The Problem with Noah

Jewish communities around the world read the Biblical story of Noah and The Flood this week. For most of my life, I’ve thought that this story is horrible. Sure, the idea that God cares enough about all life to include every species of animal in an escape plan is niceand certainly makes for cute wallpaper in a nursery!but when you remember that the destruction of pretty much all living things on the earth is God’s will…well, it’s just awful. Why anyone would want to teach children about this angry, vengeful, uncaring god that destroys life was beyond me.

If that were the complete story, I still wouldn’t want to teach it to my children. Growing up outside of Judaism and Christianity, the religious traditions that include it as part of their sacred canon, I had no personal connection to the story of The Flood, and no religious context in which to put it.

I’ve since learned that no story from the Bible—or from any other sacred text from any tradition—should be interpreted in isolation, cut off from its religious context. I have also, as an adult, chosen to become part of the Jewish tradition, so I now have a personal connection. Even so, I still find the story of Noah and the Flood to be difficult. In the larger context of Jewish tradition, though, it is one I would now—and do—teach my children.

See, in the Hebrew Bible, God’s relationship with people evolves over time. We find the story of Noah and the Flood early on in Genesis. Here and for a long while afterwards, God is plagued with doubt, unsure about these troublesome humans. Much as a potter at the wheel might choose to collapse the wet clay back into a ball when, mid-throw, the pot shows itself to be off-center and unbalanced, God repeatedly wonders through much of the Torah whether humanity is a flawed, lost cause.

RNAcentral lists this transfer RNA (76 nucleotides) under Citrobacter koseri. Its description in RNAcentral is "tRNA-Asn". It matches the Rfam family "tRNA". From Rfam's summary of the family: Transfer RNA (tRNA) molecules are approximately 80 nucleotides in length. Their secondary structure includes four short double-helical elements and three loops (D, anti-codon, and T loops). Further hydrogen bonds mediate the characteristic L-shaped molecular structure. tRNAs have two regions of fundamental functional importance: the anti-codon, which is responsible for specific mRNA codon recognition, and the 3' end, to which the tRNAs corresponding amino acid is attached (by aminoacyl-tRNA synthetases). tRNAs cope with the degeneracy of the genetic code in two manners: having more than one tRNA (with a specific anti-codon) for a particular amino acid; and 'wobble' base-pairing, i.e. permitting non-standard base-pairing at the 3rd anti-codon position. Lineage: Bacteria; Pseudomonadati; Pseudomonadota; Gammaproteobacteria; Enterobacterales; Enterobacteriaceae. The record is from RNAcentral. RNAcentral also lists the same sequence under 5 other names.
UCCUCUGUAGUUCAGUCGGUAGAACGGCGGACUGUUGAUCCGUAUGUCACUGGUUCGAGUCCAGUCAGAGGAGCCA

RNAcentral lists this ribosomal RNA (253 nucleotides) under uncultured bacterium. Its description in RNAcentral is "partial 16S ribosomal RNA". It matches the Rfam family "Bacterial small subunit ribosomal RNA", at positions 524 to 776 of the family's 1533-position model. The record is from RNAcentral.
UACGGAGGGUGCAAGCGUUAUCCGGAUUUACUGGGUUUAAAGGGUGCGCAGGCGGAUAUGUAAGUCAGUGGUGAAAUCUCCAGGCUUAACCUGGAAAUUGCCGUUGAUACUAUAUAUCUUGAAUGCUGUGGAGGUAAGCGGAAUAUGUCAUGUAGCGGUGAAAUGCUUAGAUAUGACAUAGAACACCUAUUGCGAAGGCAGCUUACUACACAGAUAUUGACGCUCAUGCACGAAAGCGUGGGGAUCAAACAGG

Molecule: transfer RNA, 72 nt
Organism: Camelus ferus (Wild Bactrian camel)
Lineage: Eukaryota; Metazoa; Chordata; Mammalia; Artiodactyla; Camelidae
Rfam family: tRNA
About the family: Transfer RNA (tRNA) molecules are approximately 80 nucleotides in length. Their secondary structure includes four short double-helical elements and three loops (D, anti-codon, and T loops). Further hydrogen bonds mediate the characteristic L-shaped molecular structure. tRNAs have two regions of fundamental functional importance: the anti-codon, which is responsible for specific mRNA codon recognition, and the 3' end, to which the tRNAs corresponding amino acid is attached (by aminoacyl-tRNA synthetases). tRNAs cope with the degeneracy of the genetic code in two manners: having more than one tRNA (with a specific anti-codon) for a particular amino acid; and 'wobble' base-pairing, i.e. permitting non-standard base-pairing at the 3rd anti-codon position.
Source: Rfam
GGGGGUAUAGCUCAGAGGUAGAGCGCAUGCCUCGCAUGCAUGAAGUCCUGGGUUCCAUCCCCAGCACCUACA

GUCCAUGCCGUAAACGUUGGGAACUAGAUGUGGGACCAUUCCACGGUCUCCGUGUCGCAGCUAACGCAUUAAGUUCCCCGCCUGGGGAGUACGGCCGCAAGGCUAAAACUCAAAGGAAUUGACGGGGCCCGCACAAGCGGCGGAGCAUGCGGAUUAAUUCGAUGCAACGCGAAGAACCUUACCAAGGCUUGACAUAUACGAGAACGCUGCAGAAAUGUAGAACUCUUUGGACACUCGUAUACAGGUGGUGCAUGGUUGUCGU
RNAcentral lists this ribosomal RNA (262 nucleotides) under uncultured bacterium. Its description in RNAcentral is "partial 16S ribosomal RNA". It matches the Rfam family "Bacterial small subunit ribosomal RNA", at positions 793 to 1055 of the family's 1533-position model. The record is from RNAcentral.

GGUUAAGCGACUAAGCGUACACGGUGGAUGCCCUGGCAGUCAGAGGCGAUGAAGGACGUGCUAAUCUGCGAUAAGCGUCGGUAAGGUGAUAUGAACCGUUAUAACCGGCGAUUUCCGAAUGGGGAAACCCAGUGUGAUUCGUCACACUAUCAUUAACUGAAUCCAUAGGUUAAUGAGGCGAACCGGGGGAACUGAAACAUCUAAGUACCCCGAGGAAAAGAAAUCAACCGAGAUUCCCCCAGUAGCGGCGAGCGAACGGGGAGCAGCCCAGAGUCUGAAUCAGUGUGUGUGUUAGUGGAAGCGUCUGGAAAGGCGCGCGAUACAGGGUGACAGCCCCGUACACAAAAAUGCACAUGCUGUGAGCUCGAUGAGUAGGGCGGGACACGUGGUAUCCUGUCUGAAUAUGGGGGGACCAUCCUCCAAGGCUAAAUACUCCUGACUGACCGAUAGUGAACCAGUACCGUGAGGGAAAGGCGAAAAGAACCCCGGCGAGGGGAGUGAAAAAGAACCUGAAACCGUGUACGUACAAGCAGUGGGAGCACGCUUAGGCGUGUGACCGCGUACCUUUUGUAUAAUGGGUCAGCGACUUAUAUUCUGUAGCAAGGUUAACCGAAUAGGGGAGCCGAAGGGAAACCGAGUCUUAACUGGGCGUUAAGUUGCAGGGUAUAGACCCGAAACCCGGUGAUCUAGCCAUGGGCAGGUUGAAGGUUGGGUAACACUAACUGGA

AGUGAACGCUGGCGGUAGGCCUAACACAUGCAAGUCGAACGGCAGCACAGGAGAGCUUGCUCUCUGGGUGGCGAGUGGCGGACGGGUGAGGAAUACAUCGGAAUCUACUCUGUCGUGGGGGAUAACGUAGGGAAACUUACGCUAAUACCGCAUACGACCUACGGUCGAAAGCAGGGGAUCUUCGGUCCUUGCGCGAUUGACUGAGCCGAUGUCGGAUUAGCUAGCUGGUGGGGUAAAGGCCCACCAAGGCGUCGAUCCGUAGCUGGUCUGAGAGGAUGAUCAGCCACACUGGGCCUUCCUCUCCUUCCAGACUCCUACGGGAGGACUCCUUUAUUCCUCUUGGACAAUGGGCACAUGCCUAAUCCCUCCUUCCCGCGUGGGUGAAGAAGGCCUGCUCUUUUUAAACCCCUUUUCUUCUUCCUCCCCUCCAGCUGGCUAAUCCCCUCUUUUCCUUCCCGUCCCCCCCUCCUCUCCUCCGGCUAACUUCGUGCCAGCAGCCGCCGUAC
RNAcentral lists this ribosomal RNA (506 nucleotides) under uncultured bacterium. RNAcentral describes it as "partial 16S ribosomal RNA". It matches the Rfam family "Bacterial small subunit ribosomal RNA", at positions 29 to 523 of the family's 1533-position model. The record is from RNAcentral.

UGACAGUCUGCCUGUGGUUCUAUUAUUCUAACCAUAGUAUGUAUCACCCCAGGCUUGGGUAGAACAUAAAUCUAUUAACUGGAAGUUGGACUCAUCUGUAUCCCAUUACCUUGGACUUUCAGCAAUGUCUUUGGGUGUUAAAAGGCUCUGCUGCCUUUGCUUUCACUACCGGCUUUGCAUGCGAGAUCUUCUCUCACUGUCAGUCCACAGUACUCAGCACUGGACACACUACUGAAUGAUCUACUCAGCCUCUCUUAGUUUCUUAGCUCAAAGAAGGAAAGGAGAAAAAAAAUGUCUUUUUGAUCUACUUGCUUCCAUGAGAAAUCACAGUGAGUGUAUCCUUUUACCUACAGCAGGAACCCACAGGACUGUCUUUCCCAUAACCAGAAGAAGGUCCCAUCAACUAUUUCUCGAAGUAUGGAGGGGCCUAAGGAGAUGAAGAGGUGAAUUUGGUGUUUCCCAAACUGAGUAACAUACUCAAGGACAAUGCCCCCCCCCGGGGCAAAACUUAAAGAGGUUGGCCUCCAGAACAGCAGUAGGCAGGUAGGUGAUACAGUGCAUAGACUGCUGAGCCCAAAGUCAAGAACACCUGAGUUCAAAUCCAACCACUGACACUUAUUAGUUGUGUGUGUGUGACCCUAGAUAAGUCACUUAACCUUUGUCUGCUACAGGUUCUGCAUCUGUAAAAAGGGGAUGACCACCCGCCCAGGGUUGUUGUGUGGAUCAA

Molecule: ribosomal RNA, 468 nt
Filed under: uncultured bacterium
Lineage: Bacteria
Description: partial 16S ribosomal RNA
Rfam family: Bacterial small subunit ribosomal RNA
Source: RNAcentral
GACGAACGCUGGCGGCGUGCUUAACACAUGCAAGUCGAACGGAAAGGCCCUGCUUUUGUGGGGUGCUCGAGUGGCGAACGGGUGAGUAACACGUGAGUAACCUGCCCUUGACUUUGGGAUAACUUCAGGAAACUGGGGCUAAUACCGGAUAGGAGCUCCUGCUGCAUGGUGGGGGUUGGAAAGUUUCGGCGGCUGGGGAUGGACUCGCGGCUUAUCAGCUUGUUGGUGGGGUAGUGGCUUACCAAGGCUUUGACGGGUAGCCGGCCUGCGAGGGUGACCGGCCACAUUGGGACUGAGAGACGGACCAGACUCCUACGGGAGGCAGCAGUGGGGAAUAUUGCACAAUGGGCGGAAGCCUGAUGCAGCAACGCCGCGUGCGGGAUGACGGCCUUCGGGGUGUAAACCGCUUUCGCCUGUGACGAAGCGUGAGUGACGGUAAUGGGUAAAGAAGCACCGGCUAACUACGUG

I can almost empathize with God’s position. Here we are, thousands of years later and seemingly so advanced—and yet war persists. And hunger. And slavery. And cruelty. If I were a caring, invested god looking at my creation, I might consider starting over from scratch, too.

But there’s more to the story of The Flood. God isn’t the only actor here; Noah also plays a role—and here’s where things get really interesting. In Jewish tradition, Noah is a questionable character. The Torah tells us that he was “a righteous man; he was blameless in his generation” (Gen. 6:9).  But Jewish commentators throughout time have wondered: just how righteous was Noah’s generation? Because in the righteousness department, Noah seems a bit lacking.

When God tells Noah that the earth and all life is about to be destroyed by a flood, why doesn’t Noah run to his neighbors and warn them? Perhaps they would have repented of their evil ways, returned to God, and been able to save their families. Or, why didn’t Noah argue or plead with God on humanity’s behalf, as Abraham did when God threatened to destroy Sodom; or as Moses did, when God spoke of wiping out all the Israelites and starting over with Moses?

To his credit, Noah didn’t actively take part in the destruction of his fellow humans (and all other life), but he didn’t do anything to try and save them, either. Noah followed instructions, exactly as given, but did nothing more.

There’s the rub for Jewish commentators: Noah did nothing more. He was in a unique position, in conversation with God, to advocate on behalf of the people—but he chose to focus just on himself and his family, instead.